“This is a failure of the Jewish mission,” says Mark. “Jews have a responsibility from the Torah to get involved. We have a responsibility for the moral wellbeing of our neighbors.” Mark explains that while the Jewish community might get involved in easing the physical suffering of their non-Jewish neighbors and humanity in general—raising funds for the needy, or sending rescue missions to countries around the world as Israel often does—he is concerned that providing help when it comes to “morality” has been ignored.  

Mark believes that eventually, if Jews—particularly in the Orthodox realm—don’t realize that the world is changing and continue to wall themselves off instead of fighting the battles of religious liberties, it could come back to haunt them, perhaps financially in their own communities. He describes a scenario in which a Jewish organization might lose its non-profit status should it not adapt to new social realities as a result of landmark legal decisions. 

Another conference speaker was Rev. Professor Martin Schlag, academic director of the Markets, Culture, and Ethics Research Center at the Rome-based Pontifical University of the Cross. Schlag gave a historical synopsis of the Catholic Church’s social doctrine and its overall negative attitude towards “The Wealth of Nations,” a fundamental work in classical economics written by economist Adam Smith and regarded as the basis of the philosophy that is modern-day “capitalism.” Smith deals with issues such as division of labor, productivity, and free markets.

While Schlag says “The Wealth of Nations” did influence Catholic thought, today there are many in the Catholic Church who upon hearing about the concept of a “free-market economy” believe that it is simply “exploitation by the elite, to horde all of the wealth.”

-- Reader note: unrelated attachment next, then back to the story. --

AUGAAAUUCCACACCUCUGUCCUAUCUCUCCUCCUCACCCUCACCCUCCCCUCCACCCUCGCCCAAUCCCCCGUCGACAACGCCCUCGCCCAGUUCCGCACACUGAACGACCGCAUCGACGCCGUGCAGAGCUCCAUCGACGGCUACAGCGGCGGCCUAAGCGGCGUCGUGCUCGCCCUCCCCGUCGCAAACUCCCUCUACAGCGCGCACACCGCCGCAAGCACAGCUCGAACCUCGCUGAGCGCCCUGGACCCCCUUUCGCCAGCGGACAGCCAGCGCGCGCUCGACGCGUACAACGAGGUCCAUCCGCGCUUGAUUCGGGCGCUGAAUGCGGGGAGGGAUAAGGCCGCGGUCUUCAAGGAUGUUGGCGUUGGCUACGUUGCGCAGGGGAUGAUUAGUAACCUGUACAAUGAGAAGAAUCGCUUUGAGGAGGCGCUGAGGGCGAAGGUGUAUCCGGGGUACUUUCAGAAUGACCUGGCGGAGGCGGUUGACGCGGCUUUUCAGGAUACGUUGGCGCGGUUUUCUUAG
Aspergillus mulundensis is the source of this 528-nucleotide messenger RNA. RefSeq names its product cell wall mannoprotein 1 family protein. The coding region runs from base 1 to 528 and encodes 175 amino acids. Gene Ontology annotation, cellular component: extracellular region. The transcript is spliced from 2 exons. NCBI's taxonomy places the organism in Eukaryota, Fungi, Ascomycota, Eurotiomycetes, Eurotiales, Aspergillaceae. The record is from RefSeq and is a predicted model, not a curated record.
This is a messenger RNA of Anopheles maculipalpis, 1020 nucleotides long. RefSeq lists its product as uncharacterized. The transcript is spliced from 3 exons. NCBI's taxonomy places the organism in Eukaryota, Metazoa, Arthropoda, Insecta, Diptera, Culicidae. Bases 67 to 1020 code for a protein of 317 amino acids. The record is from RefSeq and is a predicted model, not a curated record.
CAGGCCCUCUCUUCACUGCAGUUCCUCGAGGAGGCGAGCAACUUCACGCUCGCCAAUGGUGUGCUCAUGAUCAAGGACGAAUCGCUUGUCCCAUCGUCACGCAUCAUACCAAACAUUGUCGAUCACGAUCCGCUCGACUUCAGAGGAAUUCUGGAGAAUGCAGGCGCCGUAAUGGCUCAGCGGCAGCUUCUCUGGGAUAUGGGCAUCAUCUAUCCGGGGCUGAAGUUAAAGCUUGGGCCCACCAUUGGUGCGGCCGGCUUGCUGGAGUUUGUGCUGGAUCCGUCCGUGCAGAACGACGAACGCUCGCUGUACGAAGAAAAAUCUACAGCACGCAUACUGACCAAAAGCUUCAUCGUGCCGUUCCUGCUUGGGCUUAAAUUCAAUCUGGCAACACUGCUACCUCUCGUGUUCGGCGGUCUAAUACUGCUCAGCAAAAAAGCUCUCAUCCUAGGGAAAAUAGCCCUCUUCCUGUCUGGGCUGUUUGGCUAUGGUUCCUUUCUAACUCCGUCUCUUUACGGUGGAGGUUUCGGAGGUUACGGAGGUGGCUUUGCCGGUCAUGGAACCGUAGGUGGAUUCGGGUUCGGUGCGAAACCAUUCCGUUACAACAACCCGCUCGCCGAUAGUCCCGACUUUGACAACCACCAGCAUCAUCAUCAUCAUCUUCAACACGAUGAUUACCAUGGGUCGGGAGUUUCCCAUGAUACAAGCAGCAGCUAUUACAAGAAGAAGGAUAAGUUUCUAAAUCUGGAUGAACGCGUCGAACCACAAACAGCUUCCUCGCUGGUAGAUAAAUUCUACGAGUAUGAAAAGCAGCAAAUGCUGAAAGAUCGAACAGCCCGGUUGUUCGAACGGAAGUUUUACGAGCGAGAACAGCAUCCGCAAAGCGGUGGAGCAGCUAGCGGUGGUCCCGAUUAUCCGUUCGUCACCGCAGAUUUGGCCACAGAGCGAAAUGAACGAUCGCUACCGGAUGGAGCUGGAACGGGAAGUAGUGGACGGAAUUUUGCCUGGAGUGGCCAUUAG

Schlag says that while he has defended free-market economies, there is “an inevitable communication problem” that causes some to misunderstand that concept, causing them to believe that the goal of free markets is to exploit the poor. 

Elucidating what he calls the “Jewish-Christian notions of heroic charity,” Schlag describes a society in which Judeo-Christian values allow for an ideal and harmonious community where there is no need for extremists or “heroes” trying to help those in need. He explains that this scenario can backfire if a vacuum is formed in which young people from Western societies become misguided—hence the phenomenon of young Westerners joining terror groups like Islamic State. The bottom line, says Schlag, is that “you can serve others without going to the extremes.” 

Commenting on the first-ever visit to the U.S. by Pope Francis, which is scheduled for later this month, Schlag says that while the pope might not be an economist, he “acts out of love and the gospel and says that it’s not enough to give aid to the poor, but we must include them in the free-market system by giving them dignity to earn their own bread.”   

Ironically, it is Mark—the Orthodox Jewish professor—who is directly involved with the upcoming papal visit, not the Catholic scholar Schlag. Mark is a featured speaker at one of the events being held in Philadelphia during the pope’s visit, entitled “The World Meeting of Families.” 

“This is a great opportunity for the pope and for the Church to highlight the importance of the family,” Mark says. “The event will help advance the conversation about the strengthening of the family, which is the cornerstone of Orthodox Jewish life.”

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Posted on September 11, 2015 and filed under Israel, Features.